progressed rapidly from designing '1-metre' models to designing the first
two full size 12-m to be built in Britain, one for himself and one for his
uncle. He won a gold medal in the 1908 Olympic Games with his boat Hera. John
Odgers, a building surveyor and member of the 'working men's club' at Kensington
also designed full size boats, winning design competitions run by The Yachtsman
and designing a 7-metre Heroine for Charles Rivett-Carnac, a retired Indian
Civil Servant and member of the London. This boat turned out to be the dog
of the 7-m and 24 foot LRR fleet on the Solent but was entered for the Olympic
regatta. The only other entry, Mignonette, a much better boat, was damaged
in the week before and could not be repaired in time, so Heroine sailed over
for the gold medal. This was the first (and last) time that Olympic medals
had been won by model yachtsmen. Rivett-Carnac's wife Clytie, who was part
of his amateur crew, became the first woman to compete in an Olympic event
and won a gold medal as well. The boat did not race after 1908 but was converted
for cruising and was still on the Lloyd's Yacht register in 1945.
The Wirral club was another stronghold of the Rule. At
a meeting in 1907 they decided by a very narrow majority of their 60 or so
members that LRR boats would be permitted to compete until the end of the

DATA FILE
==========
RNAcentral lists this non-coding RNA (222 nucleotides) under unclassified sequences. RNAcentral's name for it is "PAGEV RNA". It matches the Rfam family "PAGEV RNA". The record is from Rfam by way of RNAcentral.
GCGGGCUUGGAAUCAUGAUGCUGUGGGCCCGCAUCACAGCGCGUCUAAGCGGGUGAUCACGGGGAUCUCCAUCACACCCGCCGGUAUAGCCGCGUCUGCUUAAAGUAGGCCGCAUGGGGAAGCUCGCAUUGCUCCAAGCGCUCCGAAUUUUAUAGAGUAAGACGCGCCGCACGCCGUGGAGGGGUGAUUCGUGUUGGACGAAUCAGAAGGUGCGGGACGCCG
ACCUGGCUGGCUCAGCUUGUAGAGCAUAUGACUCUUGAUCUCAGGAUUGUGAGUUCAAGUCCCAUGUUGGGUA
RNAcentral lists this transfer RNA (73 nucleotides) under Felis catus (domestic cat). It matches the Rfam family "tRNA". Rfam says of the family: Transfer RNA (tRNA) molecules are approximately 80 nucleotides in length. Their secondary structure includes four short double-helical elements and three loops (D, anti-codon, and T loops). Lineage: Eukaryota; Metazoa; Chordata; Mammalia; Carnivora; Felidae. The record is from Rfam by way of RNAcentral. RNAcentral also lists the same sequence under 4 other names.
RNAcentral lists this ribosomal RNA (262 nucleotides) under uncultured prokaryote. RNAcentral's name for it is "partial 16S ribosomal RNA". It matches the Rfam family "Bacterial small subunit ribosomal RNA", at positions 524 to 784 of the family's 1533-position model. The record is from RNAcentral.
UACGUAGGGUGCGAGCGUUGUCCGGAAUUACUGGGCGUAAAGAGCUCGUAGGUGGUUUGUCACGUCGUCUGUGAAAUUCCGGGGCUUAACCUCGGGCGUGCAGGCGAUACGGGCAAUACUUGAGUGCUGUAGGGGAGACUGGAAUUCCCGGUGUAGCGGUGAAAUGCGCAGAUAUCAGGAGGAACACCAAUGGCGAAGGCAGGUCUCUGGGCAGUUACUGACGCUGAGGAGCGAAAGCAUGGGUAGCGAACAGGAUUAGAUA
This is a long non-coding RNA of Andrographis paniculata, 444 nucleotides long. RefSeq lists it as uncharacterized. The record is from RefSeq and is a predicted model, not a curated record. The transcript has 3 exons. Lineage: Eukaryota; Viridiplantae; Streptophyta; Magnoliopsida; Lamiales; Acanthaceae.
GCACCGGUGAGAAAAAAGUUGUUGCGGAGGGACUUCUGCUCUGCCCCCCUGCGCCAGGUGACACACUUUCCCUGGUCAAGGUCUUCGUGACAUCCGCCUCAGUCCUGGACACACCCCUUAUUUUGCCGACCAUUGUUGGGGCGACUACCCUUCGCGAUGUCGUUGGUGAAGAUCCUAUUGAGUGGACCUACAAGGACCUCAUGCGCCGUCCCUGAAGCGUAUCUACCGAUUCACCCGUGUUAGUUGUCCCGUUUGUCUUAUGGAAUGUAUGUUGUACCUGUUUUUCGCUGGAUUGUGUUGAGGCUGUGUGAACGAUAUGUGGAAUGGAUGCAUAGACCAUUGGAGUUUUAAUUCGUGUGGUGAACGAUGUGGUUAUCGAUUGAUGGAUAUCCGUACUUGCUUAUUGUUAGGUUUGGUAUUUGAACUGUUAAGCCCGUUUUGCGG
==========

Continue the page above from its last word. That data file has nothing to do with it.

1907 season, but that by the beginning of 1908 only International Rule boats
would be accepted in the club. There were groups of metre boats on the South
coast at Southsea and Poole and another strong club in London, the Alexandra
which sailed on the water in Victoria Park. The club suffered a disastrous
boathouse fire in 1908 and took the opportunity to commit themselves to the
International Rule, buying many of the first generation 12.metre boats from
the London club.
The total number of boats built to the Rule is not known
because there was no central register and, in any case, all MYRA and MYA records
before 1925 have been lost, but it must have been substantial as the MYRA
made the 12-m one of its national classes and held the first national championship
for the class in 1912. Boats were also built in 10 and 8-m sizes, but it is
not clear that there were ever enough of these to provide regular competition.
Interestingly, there were no 6-m models to the International Rule, possibly
because the idea of the 1 inch to the foot scale had too great a hold.
There are a fair number of designs still surviving and
a small number of boats. Only one that I know of is (or was) in sailing condition,
the zebra planked example below. She was recovered from the back of the boathouse
in Dundee and restored and radioed as part of the club's centenary celebrations
The only 1906 Rule 12-m known
to be in sailing condition. The rig is of course of later date.
The 12-m came in just about the time that Braine gear
was beginning to be used, but some boats retained weighted rudder or weighted
tiller steering. They were big and heavily canvassed boats and the largest
weighted rudder, used for down wind runs in heavy weather, might weigh as
much as two pounds. Weighted tiller gears of some sophistication were used,
as seen in the example pictured of an 8-m. You can see why they needed heavy
8-m Elizabeth steering gear